Movie critic Andy Klein wrote a detailed explanation of Memento for "I received an extraordinary number of letters after that piece, probably more than I've gotten from the rest of my 20 years as a critic put together," he says. "I accused Nolan of playing 'dirty pool' at the end of the article. Now I'd be more inclined to say that he included some stuff so subtle that it eluded me even after multiple viewings."

The key
On some part of your body, tattoo "Leonard Shelby is an unreliable narrator. Do not believe his lies." Or you could just read Klein's perceptive analysis. The film's website also offers new information.

Really not helping
Nolan is known for wearing a blazer.

5. Mulholland Drive
(David Lynch)

In a nutshell
An aspiring actress comes to Hollywood and meets a woman suffering from amnesia. Together they try to find out who she is.

What's so baffling about that?
How long have you got? Two-thirds of the way through there is an extraordinary twist which throws into doubt everything seen up to that point and, for that matter, afterwards. There is lesbian lovemaking, the usual Lynchian array of wildly eccentric characters and an atmosphere of dread and menace.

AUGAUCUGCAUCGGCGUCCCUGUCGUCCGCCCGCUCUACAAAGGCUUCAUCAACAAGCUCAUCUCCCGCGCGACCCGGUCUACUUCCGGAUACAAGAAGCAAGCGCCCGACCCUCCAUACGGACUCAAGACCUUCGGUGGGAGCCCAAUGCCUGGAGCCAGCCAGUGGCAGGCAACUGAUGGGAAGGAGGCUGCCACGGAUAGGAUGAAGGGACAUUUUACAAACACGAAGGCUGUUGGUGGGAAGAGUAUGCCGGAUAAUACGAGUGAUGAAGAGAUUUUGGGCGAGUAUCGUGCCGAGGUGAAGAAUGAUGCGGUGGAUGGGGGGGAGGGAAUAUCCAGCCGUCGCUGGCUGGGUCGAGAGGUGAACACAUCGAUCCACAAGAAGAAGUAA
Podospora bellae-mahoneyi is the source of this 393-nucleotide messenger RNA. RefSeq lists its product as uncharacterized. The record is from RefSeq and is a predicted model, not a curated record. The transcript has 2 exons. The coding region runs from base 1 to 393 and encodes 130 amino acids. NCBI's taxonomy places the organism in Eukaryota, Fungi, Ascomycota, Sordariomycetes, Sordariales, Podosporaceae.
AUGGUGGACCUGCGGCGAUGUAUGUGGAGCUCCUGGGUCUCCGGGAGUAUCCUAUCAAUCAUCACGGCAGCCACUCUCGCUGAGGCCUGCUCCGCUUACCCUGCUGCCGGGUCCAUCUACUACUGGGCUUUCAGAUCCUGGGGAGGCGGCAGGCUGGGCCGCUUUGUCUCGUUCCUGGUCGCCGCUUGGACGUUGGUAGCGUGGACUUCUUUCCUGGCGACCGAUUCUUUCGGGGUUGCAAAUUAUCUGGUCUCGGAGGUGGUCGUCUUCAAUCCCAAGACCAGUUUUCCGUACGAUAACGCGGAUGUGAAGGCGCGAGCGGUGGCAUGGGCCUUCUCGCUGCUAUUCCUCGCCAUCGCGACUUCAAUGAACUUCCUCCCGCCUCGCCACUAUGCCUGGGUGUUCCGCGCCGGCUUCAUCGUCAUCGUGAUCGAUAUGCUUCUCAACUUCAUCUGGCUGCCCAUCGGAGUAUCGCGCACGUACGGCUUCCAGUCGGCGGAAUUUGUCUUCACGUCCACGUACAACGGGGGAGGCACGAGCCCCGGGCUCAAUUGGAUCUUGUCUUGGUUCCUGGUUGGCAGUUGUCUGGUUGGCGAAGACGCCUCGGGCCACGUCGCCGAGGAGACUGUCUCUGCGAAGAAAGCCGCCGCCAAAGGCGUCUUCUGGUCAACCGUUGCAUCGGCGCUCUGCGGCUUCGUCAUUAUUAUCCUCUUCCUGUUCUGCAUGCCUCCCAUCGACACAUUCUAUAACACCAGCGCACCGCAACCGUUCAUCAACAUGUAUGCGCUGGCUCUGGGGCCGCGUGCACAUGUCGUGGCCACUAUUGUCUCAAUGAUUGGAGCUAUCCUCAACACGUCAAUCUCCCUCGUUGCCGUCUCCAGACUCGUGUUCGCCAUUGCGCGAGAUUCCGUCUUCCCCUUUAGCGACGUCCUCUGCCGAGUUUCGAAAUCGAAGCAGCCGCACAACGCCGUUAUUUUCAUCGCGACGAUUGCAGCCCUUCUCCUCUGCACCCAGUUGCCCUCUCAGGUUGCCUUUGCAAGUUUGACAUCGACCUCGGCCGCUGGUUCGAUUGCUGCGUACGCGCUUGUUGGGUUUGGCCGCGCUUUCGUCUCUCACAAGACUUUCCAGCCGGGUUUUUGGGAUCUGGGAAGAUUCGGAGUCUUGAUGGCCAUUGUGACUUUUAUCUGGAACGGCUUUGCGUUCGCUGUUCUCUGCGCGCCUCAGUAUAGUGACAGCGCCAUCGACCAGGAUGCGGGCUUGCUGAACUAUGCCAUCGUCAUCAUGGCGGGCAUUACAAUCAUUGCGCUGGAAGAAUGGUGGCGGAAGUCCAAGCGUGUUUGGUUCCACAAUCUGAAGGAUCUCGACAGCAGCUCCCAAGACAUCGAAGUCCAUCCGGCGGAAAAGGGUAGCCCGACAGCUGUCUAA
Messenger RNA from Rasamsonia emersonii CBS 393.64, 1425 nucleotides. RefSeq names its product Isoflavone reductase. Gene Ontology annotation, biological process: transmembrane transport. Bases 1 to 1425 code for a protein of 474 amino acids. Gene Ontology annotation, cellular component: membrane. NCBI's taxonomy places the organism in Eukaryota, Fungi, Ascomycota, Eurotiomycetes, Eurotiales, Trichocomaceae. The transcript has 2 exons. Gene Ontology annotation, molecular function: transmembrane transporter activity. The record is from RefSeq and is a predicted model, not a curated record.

Debate still rages about what it all means. The most popular interpretation is that the first part is the dream of a disillusioned and failed actress who wakes up two- thirds of the way into the film.

But veteran film critic Barry Norman believes there is no solution. "I interviewed David the day after I'd seen Mulholland Drive. He asked me what I thought. I said: 'It's a wonderful movie but I haven't the faintest idea what it means.' He said: 'Yes you do, Barry.' I replied: 'Honestly David, I really don't. Tell me.' He said: 'Think about it. You know.' I concluded that he didn't know what it was about either."

The key
Perhaps the tagline gives it away: "A love story in the city of dreams." However, Colin Odell, co-author of David Lynch (Pocket Essentials, £3.99), says: "It's a puzzle that has many solutions, none of them correct, few of them wrong. Every mystery is contained inside another one like a Russian doll but one where each shell is the same size as the last, a recursive puzzle." With the DVD there is a leaflet in which Lynch offers "10 clues to unlocking this thriller" - they are no use whatsoever.

Really not helping
Lynch will not tolerate hot food in his house.